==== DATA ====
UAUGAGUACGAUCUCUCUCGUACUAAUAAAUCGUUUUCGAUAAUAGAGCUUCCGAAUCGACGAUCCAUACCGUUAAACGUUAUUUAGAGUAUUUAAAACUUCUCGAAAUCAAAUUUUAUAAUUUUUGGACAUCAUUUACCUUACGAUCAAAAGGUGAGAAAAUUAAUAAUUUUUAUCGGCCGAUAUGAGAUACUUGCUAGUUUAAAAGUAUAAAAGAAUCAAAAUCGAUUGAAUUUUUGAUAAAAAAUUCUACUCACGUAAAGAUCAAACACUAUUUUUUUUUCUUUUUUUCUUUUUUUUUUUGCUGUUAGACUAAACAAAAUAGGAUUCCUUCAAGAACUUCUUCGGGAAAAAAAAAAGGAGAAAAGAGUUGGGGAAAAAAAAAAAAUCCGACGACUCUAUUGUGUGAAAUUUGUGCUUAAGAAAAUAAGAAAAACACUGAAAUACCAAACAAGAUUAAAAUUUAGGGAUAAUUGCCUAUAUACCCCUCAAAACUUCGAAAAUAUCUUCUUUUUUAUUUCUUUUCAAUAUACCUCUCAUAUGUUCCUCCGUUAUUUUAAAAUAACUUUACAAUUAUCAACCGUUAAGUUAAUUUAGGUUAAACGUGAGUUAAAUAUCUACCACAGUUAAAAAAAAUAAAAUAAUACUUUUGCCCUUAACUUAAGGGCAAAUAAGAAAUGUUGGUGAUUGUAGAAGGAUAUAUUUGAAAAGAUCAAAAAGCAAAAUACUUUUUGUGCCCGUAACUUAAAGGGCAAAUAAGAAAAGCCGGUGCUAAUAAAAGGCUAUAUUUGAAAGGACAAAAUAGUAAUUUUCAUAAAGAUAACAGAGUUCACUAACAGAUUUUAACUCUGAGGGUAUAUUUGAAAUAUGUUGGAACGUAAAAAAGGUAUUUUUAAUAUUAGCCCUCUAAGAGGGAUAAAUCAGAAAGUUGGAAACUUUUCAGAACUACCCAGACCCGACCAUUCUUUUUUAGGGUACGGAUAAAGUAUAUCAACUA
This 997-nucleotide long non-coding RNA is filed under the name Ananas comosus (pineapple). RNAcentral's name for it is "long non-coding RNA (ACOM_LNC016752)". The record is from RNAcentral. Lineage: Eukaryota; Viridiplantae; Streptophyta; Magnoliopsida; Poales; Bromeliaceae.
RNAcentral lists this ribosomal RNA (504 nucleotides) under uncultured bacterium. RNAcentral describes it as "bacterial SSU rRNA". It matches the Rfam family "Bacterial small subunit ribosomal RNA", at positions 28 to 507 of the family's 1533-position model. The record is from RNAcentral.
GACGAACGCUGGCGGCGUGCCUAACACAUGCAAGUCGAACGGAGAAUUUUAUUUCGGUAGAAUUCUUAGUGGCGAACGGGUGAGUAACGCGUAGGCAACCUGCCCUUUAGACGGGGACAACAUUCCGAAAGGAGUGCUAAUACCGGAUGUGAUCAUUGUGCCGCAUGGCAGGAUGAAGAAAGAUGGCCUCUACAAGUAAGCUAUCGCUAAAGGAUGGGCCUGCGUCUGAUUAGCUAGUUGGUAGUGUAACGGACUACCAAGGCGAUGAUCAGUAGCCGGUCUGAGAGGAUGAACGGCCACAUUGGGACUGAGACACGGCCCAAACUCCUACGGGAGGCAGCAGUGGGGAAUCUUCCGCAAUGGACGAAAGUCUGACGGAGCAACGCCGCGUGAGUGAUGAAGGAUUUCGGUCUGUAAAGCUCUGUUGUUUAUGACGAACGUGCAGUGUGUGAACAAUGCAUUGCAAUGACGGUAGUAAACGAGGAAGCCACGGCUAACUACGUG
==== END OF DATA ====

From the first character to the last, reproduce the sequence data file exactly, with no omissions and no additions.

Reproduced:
UAUGAGUACGAUCUCUCUCGUACUAAUAAAUCGUUUUCGAUAAUAGAGCUUCCGAAUCGACGAUCCAUACCGUUAAACGUUAUUUAGAGUAUUUAAAACUUCUCGAAAUCAAAUUUUAUAAUUUUUGGACAUCAUUUACCUUACGAUCAAAAGGUGAGAAAAUUAAUAAUUUUUAUCGGCCGAUAUGAGAUACUUGCUAGUUUAAAAGUAUAAAAGAAUCAAAAUCGAUUGAAUUUUUGAUAAAAAAUUCUACUCACGUAAAGAUCAAACACUAUUUUUUUUUCUUUUUUUCUUUUUUUUUUUGCUGUUAGACUAAACAAAAUAGGAUUCCUUCAAGAACUUCUUCGGGAAAAAAAAAAGGAGAAAAGAGUUGGGGAAAAAAAAAAAAUCCGACGACUCUAUUGUGUGAAAUUUGUGCUUAAGAAAAUAAGAAAAACACUGAAAUACCAAACAAGAUUAAAAUUUAGGGAUAAUUGCCUAUAUACCCCUCAAAACUUCGAAAAUAUCUUCUUUUUUAUUUCUUUUCAAUAUACCUCUCAUAUGUUCCUCCGUUAUUUUAAAAUAACUUUACAAUUAUCAACCGUUAAGUUAAUUUAGGUUAAACGUGAGUUAAAUAUCUACCACAGUUAAAAAAAAUAAAAUAAUACUUUUGCCCUUAACUUAAGGGCAAAUAAGAAAUGUUGGUGAUUGUAGAAGGAUAUAUUUGAAAAGAUCAAAAAGCAAAAUACUUUUUGUGCCCGUAACUUAAAGGGCAAAUAAGAAAAGCCGGUGCUAAUAAAAGGCUAUAUUUGAAAGGACAAAAUAGUAAUUUUCAUAAAGAUAACAGAGUUCACUAACAGAUUUUAACUCUGAGGGUAUAUUUGAAAUAUGUUGGAACGUAAAAAAGGUAUUUUUAAUAUUAGCCCUCUAAGAGGGAUAAAUCAGAAAGUUGGAAACUUUUCAGAACUACCCAGACCCGACCAUUCUUUUUUAGGGUACGGAUAAAGUAUAUCAACUA
This 997-nucleotide long non-coding RNA is filed under the name Ananas comosus (pineapple). RNAcentral's name for it is "long non-coding RNA (ACOM_LNC016752)". The record is from RNAcentral. Lineage: Eukaryota; Viridiplantae; Streptophyta; Magnoliopsida; Poales; Bromeliaceae.
RNAcentral lists this ribosomal RNA (504 nucleotides) under uncultured bacterium. RNAcentral describes it as "bacterial SSU rRNA". It matches the Rfam family "Bacterial small subunit ribosomal RNA", at positions 28 to 507 of the family's 1533-position model. The record is from RNAcentral.
GACGAACGCUGGCGGCGUGCCUAACACAUGCAAGUCGAACGGAGAAUUUUAUUUCGGUAGAAUUCUUAGUGGCGAACGGGUGAGUAACGCGUAGGCAACCUGCCCUUUAGACGGGGACAACAUUCCGAAAGGAGUGCUAAUACCGGAUGUGAUCAUUGUGCCGCAUGGCAGGAUGAAGAAAGAUGGCCUCUACAAGUAAGCUAUCGCUAAAGGAUGGGCCUGCGUCUGAUUAGCUAGUUGGUAGUGUAACGGACUACCAAGGCGAUGAUCAGUAGCCGGUCUGAGAGGAUGAACGGCCACAUUGGGACUGAGACACGGCCCAAACUCCUACGGGAGGCAGCAGUGGGGAAUCUUCCGCAAUGGACGAAAGUCUGACGGAGCAACGCCGCGUGAGUGAUGAAGGAUUUCGGUCUGUAAAGCUCUGUUGUUUAUGACGAACGUGCAGUGUGUGAACAAUGCAUUGCAAUGACGGUAGUAAACGAGGAAGCCACGGCUAACUACGUG